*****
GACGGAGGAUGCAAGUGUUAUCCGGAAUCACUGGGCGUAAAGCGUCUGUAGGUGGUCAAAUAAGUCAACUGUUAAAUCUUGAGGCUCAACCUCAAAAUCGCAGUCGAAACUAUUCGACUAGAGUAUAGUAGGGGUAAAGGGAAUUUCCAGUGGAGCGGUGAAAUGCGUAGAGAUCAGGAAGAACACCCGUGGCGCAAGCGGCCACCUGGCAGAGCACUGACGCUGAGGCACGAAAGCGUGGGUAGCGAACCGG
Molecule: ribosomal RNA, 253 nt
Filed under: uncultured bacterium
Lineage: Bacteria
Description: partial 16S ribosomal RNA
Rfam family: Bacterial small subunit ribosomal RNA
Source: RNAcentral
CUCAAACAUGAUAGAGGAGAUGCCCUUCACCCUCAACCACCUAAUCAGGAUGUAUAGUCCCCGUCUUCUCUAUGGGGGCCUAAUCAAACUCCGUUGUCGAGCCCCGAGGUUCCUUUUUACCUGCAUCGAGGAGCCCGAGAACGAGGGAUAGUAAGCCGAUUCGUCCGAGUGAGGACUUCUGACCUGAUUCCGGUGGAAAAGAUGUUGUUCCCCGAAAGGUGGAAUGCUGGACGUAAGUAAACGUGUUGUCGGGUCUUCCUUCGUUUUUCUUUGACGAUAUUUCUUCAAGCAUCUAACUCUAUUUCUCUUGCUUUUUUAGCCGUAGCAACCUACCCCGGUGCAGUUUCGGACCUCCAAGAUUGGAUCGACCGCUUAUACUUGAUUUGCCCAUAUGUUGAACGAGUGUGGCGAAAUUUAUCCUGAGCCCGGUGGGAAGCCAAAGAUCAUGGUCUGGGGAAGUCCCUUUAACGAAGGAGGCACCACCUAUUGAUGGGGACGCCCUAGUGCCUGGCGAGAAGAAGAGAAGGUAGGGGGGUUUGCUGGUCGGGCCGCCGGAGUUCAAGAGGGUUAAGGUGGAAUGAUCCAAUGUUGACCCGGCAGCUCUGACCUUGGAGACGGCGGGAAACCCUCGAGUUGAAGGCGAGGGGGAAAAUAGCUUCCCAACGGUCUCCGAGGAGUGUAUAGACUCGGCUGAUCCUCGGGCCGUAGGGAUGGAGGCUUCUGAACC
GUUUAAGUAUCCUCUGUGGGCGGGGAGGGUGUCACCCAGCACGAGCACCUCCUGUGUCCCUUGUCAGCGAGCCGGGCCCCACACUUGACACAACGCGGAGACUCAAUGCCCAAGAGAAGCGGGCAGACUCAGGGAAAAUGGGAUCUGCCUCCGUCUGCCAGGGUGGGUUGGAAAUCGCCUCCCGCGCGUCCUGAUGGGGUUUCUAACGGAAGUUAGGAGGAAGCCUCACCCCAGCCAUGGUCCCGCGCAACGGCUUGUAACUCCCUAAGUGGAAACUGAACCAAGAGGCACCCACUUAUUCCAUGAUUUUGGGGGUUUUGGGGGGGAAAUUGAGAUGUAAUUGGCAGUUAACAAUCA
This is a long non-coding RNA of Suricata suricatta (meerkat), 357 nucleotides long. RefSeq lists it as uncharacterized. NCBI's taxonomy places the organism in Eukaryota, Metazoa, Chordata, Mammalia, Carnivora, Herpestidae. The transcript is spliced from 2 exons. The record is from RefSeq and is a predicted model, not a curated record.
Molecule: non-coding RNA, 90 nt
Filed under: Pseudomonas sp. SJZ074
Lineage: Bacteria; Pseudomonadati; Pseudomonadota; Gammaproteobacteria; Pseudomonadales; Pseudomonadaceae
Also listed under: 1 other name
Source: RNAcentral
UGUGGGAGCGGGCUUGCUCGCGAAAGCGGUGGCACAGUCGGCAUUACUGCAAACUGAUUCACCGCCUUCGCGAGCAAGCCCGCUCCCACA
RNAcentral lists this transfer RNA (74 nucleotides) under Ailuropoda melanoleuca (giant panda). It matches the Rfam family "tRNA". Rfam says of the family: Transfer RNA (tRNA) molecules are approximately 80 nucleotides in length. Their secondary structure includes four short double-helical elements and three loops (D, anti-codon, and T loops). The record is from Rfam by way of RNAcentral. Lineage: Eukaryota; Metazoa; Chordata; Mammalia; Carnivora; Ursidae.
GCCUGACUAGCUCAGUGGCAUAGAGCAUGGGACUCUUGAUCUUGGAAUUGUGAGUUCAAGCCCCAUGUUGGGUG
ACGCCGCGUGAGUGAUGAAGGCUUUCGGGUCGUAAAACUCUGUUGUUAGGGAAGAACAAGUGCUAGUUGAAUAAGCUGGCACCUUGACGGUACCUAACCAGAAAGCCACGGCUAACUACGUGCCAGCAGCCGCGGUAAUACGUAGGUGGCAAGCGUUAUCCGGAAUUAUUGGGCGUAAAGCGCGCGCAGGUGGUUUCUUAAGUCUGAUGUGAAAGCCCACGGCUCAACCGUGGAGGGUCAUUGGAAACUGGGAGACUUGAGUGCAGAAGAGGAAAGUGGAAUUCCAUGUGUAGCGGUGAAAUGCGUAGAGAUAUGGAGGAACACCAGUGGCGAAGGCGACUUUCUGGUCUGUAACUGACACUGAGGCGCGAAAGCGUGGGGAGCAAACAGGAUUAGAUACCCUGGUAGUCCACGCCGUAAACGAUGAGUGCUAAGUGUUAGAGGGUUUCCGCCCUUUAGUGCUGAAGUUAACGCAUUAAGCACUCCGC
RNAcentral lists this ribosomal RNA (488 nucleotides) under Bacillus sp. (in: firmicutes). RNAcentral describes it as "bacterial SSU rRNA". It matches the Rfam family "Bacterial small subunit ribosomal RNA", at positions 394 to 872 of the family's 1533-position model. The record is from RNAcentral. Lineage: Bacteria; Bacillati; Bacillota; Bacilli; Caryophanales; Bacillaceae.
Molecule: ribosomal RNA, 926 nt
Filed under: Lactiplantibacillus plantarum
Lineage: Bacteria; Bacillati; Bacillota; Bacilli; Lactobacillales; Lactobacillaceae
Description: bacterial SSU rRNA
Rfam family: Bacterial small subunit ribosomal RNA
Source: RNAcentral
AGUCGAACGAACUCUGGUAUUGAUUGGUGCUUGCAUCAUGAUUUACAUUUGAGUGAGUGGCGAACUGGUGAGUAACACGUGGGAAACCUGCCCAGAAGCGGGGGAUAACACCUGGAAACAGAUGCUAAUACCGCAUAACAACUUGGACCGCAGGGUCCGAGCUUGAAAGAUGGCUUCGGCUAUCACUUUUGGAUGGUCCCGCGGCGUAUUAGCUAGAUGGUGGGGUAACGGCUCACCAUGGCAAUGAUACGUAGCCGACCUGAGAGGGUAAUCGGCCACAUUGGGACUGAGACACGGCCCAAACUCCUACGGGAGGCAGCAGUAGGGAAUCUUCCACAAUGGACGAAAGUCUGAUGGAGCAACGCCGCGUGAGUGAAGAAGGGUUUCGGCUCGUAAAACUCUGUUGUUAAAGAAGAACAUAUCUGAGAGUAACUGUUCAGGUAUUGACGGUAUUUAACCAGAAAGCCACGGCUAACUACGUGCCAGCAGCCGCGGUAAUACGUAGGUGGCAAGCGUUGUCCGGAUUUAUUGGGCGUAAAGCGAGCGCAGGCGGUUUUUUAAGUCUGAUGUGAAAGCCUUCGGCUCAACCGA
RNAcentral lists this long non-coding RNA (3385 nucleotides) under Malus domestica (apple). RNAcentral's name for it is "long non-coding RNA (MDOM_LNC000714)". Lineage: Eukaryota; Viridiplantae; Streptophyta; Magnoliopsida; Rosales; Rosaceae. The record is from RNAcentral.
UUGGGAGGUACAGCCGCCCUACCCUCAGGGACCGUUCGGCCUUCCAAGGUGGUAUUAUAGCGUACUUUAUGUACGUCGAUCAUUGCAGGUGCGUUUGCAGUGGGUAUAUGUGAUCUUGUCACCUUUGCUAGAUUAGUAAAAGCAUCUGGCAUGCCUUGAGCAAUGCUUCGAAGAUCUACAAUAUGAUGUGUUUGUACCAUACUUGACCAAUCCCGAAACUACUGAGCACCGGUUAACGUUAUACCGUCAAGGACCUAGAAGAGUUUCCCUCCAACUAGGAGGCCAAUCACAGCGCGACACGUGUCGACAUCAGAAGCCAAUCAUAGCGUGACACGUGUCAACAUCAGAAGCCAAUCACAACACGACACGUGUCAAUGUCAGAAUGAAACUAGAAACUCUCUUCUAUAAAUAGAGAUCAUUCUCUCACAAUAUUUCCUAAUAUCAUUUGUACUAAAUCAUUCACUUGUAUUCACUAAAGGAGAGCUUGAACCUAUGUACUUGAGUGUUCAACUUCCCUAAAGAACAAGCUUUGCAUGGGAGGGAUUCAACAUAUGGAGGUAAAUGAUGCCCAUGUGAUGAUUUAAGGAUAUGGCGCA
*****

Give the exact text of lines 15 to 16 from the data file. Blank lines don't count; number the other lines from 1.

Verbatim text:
Source: RNAcentral
UGUGGGAGCGGGCUUGCUCGCGAAAGCGGUGGCACAGUCGGCAUUACUGCAAACUGAUUCACCGCCUUCGCGAGCAAGCCCGCUCCCACA